How you live in time —
yesterday, today and tomorrow
— helps shape your career
I felt refreshed at the end of a phone call with a client I’ll call “Mark.” It wasn’t just because Mark, like many of my clients, is smart and likeable. What made the conversation energizing was listening to a person whose orientation to the continuum of time is so nicely balanced.
Mark is comfortable with his past and has fond memories of growing up within a big family. Of course, he has experienced career bumps over the years, and has faced discrimination and other types of unfairness. But he has come to regard his tougher moments as opportunities for learning.
For the future, Mark has a dream job in mind, and he seems remarkably confident that he’ll reach that goal when the time is right. It will take a while for him to get there because so many people are ahead of him in his organization’s hierarchy. But, he said, he’s in no hurry to move up the ladder because his “work/life balance is so perfect today.” Even though Mark cares passionately about the mission of his nonprofit employer, he sticks close to a 40-hour workweek because, for the moment, his top priority is being with his young family.
Not everyone has Mark’s healthy attitude about the past, present and future. As a coach, I often encounter clients whose focus on the timeline of life is impeding their career:
- “Elaine” cannot distance herself from earlier career situations where, in her view, she was dealt with unfairly. Elaine often complains about past mistreatment, and her bitterness limits her ability to pursue current opportunities. And when she gets bogged down in endlessly recycling yesterday’s disappointments, Elaine bores her colleagues and has trouble engaging in the projects on her desk today.
- “Jack” lives today fully, but doesn’t prepare for tomorrow. While Elaine’s coworkers tend to avoid her, Jack is popular wherever he goes. He is playful, funny and interested in whatever you’re doing right now. But Jack’s career is stalled because of the way he avoids assignments involving a lot of planning or tedious, front-end work.
- Ambitious “Harry” is focused on the future but neglects the present. He is determined to rise to the top of his field and he’s a master of networking and self-promotion. But Harry spends so much time chasing opportunity that he often is sloppy about tasks on his plate right now. And despite his broad circle, Jack has few close friends because social activities without a professional focus strike him as a waste of time.
Executive coaches understand that, although you may not be conscious of it, the way you think about time can impact your behavior and attitudes, and profoundly influence the course of your career. Coaches often ask questions intended to help clients develop a clear, hopeful vision of their future, as well as a realistic sense of their priorities for today.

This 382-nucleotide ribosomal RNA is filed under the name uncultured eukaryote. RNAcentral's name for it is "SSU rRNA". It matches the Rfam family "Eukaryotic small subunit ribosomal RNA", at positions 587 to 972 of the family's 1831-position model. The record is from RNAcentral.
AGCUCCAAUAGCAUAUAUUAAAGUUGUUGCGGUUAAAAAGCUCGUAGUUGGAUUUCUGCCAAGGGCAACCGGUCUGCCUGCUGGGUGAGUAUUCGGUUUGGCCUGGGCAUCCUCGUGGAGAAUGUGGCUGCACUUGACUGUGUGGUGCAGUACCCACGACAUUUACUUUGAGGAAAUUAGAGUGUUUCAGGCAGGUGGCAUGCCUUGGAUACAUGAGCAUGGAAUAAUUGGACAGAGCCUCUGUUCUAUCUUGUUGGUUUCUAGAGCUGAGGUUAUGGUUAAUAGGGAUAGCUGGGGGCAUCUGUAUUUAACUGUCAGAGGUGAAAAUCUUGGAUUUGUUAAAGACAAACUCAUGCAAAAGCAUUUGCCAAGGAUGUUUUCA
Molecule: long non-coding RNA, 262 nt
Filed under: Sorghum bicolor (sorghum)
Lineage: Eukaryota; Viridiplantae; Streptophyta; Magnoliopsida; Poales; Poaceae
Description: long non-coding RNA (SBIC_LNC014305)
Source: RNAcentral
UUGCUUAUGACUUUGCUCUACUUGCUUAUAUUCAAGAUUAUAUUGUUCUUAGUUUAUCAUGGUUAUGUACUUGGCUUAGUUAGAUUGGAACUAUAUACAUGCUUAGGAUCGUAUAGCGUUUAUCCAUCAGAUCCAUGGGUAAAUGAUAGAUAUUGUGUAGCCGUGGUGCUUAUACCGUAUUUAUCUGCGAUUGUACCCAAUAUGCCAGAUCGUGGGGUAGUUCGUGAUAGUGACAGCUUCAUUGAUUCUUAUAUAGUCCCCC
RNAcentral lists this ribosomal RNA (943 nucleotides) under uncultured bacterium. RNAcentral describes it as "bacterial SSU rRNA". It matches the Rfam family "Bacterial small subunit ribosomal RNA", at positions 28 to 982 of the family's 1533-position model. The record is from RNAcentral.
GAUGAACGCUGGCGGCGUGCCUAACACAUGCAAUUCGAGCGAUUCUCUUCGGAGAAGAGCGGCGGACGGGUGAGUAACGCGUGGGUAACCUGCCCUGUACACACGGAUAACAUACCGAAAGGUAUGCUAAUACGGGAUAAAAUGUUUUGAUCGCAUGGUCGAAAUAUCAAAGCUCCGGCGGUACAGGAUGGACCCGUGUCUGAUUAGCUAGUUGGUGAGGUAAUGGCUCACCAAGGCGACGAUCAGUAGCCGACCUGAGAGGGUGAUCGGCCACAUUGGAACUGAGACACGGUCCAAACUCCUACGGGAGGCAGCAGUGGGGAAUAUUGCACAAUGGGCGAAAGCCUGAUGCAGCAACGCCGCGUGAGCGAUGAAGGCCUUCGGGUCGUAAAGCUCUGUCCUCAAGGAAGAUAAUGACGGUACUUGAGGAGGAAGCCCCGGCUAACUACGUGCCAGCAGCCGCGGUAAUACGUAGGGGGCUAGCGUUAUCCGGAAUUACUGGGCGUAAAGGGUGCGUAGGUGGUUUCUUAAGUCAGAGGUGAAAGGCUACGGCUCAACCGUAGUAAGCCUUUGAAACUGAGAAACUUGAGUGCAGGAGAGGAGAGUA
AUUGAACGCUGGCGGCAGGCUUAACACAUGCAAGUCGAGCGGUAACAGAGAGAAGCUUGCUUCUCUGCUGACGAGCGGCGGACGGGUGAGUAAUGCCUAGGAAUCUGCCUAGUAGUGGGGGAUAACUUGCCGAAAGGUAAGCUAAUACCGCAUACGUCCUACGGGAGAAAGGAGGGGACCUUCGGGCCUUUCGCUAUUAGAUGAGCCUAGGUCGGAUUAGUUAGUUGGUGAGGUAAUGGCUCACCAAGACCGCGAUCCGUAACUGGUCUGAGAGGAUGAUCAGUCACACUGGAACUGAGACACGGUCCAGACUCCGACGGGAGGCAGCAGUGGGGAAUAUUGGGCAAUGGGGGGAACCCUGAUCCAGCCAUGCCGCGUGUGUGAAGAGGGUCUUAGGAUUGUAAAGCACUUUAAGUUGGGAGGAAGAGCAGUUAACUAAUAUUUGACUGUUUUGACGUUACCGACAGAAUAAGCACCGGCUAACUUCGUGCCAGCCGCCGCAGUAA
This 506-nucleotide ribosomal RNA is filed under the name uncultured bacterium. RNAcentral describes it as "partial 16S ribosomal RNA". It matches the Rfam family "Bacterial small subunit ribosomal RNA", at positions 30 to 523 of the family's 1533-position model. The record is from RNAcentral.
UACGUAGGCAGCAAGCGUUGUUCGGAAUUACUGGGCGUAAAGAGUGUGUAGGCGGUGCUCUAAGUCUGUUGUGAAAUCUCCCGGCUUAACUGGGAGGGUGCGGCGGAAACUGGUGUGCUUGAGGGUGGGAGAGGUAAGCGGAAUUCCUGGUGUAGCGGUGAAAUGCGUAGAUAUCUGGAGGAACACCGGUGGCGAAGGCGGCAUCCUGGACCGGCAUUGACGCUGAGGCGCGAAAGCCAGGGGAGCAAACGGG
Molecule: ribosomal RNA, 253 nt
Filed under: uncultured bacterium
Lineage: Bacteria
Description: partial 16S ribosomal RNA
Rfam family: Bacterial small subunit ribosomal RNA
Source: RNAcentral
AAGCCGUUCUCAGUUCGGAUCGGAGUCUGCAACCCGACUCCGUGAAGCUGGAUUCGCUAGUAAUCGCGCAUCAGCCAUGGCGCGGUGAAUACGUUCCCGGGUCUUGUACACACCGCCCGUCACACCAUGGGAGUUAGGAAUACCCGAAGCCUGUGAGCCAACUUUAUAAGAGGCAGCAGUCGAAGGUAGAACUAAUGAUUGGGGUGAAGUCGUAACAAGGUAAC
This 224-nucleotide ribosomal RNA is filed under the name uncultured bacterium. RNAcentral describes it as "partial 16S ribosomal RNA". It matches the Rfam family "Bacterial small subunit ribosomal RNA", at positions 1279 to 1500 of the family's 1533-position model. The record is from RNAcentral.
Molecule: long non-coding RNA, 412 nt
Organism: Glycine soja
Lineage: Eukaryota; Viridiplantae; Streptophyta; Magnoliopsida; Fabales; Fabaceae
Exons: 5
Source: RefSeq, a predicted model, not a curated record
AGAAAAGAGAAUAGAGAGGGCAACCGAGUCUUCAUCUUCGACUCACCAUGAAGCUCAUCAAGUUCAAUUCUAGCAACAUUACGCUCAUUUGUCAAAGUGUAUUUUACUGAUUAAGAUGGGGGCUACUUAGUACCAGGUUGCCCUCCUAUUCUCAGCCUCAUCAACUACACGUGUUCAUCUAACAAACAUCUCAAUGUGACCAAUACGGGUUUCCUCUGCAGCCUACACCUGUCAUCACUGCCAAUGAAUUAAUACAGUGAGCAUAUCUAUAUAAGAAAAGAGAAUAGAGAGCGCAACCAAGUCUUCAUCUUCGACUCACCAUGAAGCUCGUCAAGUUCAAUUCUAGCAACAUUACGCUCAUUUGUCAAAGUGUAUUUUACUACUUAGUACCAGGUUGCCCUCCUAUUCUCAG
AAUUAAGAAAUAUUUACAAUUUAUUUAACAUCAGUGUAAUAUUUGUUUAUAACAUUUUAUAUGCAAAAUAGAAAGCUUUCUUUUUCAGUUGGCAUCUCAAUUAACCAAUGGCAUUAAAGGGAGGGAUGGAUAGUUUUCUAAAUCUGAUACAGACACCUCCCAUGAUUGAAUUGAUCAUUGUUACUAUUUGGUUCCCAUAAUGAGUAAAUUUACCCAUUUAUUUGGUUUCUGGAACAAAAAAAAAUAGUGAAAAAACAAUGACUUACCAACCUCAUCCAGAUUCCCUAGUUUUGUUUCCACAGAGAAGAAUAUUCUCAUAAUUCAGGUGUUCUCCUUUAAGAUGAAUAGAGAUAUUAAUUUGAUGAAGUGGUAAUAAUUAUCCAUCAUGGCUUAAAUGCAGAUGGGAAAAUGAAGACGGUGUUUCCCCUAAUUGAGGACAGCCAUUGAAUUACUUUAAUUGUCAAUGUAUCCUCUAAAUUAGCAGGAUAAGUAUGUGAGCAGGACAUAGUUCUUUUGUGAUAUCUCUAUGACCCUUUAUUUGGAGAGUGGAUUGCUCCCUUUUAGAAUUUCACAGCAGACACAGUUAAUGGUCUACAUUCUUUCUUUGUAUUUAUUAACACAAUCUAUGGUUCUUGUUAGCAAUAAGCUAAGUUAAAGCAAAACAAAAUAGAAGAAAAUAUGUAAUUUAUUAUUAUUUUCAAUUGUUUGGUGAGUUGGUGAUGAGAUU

People with a positive and balanced perception of time tend to be effective performers in the workplace. And simply noticing ways that you focus on the continuum of time can help you to better set your perspective. The relationship between performance and time orientation is one focus of The Time Paradox, a fascinating 2008 book by psychologists Philip Zimbardo and John Boyd. According to these authors, research suggests that for a happy life and a successful career, the best time orientation is one that features:
- A high past-positive and low past-negative time perspective. You can’t change your past but you can adjust your attitude about it. An upbeat view of the past can help you feel rooted and stable, but a negative preoccupation with old events can make you suspicious, risk-adverse and driven by guilt or a fear of all that is new or different.
- A moderately high future time perspective. Being oriented toward the future means you are more likely to engage in appropriate planning and scheduling and better able to anticipate to challenges. This perspective is associated with strong reasoning, patience and self-control, and with a focus on goals. It allows you to envision days ahead filled with hope, optimism and power. The down side of an over-the-top preoccupation with the future is you may be unable to enjoy today’s activities and experiences.
- A moderately high present hedonistic perspective. The authors say, “A hedonistic present gives you energy and joy about being alive…Present hedonism is life-affirming, in moderation.”
If you’re interested in seeing how your time perspective compares with the authors’ view of the optimum profile, you can go to their website and take the Zimbardo Time Perspective Inventory. If you don’t feel like answering their 56 questions, simply try noticing, for a few days, how much attention you focus on the past, the future and what’s happening right now.